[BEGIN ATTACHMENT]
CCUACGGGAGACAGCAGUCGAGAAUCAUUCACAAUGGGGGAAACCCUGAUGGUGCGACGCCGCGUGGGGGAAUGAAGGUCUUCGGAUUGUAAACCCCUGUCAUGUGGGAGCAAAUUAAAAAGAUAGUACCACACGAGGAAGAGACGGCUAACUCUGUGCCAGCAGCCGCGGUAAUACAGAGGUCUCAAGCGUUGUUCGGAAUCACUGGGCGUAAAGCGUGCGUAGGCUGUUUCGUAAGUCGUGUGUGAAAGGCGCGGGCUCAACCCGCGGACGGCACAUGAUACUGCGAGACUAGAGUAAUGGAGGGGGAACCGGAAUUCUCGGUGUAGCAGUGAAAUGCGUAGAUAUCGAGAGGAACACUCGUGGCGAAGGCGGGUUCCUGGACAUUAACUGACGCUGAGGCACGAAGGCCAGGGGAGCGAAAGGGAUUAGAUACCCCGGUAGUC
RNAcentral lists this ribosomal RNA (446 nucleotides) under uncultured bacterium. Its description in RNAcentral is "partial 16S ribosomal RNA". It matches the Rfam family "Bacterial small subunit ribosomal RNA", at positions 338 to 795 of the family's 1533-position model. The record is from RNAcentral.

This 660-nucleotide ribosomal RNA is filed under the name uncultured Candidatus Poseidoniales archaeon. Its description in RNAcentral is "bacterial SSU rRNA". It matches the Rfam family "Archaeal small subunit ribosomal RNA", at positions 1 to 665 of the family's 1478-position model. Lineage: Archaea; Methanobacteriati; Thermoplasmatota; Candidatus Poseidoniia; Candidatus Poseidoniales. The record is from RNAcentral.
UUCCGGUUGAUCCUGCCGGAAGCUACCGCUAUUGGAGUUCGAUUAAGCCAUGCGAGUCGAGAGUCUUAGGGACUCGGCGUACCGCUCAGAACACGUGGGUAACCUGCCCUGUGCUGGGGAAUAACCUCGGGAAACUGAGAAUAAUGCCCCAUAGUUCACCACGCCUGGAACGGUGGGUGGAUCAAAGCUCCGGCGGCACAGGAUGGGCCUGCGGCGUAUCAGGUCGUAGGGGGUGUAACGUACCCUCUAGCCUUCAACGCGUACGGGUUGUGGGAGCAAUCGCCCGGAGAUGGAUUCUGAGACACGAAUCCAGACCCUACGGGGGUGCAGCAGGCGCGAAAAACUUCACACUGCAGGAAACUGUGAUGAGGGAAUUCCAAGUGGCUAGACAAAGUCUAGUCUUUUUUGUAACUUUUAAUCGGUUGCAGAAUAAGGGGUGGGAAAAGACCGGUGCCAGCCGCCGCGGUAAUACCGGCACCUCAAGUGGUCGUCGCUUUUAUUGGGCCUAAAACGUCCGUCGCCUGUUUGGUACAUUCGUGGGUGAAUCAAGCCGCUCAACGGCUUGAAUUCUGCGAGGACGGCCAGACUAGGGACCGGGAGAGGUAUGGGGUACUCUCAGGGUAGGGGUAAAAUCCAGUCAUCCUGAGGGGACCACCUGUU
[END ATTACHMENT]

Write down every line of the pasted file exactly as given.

CCUACGGGAGACAGCAGUCGAGAAUCAUUCACAAUGGGGGAAACCCUGAUGGUGCGACGCCGCGUGGGGGAAUGAAGGUCUUCGGAUUGUAAACCCCUGUCAUGUGGGAGCAAAUUAAAAAGAUAGUACCACACGAGGAAGAGACGGCUAACUCUGUGCCAGCAGCCGCGGUAAUACAGAGGUCUCAAGCGUUGUUCGGAAUCACUGGGCGUAAAGCGUGCGUAGGCUGUUUCGUAAGUCGUGUGUGAAAGGCGCGGGCUCAACCCGCGGACGGCACAUGAUACUGCGAGACUAGAGUAAUGGAGGGGGAACCGGAAUUCUCGGUGUAGCAGUGAAAUGCGUAGAUAUCGAGAGGAACACUCGUGGCGAAGGCGGGUUCCUGGACAUUAACUGACGCUGAGGCACGAAGGCCAGGGGAGCGAAAGGGAUUAGAUACCCCGGUAGUC
RNAcentral lists this ribosomal RNA (446 nucleotides) under uncultured bacterium. Its description in RNAcentral is "partial 16S ribosomal RNA". It matches the Rfam family "Bacterial small subunit ribosomal RNA", at positions 338 to 795 of the family's 1533-position model. The record is from RNAcentral.

This 660-nucleotide ribosomal RNA is filed under the name uncultured Candidatus Poseidoniales archaeon. Its description in RNAcentral is "bacterial SSU rRNA". It matches the Rfam family "Archaeal small subunit ribosomal RNA", at positions 1 to 665 of the family's 1478-position model. Lineage: Archaea; Methanobacteriati; Thermoplasmatota; Candidatus Poseidoniia; Candidatus Poseidoniales. The record is from RNAcentral.
UUCCGGUUGAUCCUGCCGGAAGCUACCGCUAUUGGAGUUCGAUUAAGCCAUGCGAGUCGAGAGUCUUAGGGACUCGGCGUACCGCUCAGAACACGUGGGUAACCUGCCCUGUGCUGGGGAAUAACCUCGGGAAACUGAGAAUAAUGCCCCAUAGUUCACCACGCCUGGAACGGUGGGUGGAUCAAAGCUCCGGCGGCACAGGAUGGGCCUGCGGCGUAUCAGGUCGUAGGGGGUGUAACGUACCCUCUAGCCUUCAACGCGUACGGGUUGUGGGAGCAAUCGCCCGGAGAUGGAUUCUGAGACACGAAUCCAGACCCUACGGGGGUGCAGCAGGCGCGAAAAACUUCACACUGCAGGAAACUGUGAUGAGGGAAUUCCAAGUGGCUAGACAAAGUCUAGUCUUUUUUGUAACUUUUAAUCGGUUGCAGAAUAAGGGGUGGGAAAAGACCGGUGCCAGCCGCCGCGGUAAUACCGGCACCUCAAGUGGUCGUCGCUUUUAUUGGGCCUAAAACGUCCGUCGCCUGUUUGGUACAUUCGUGGGUGAAUCAAGCCGCUCAACGGCUUGAAUUCUGCGAGGACGGCCAGACUAGGGACCGGGAGAGGUAUGGGGUACUCUCAGGGUAGGGGUAAAAUCCAGUCAUCCUGAGGGGACCACCUGUU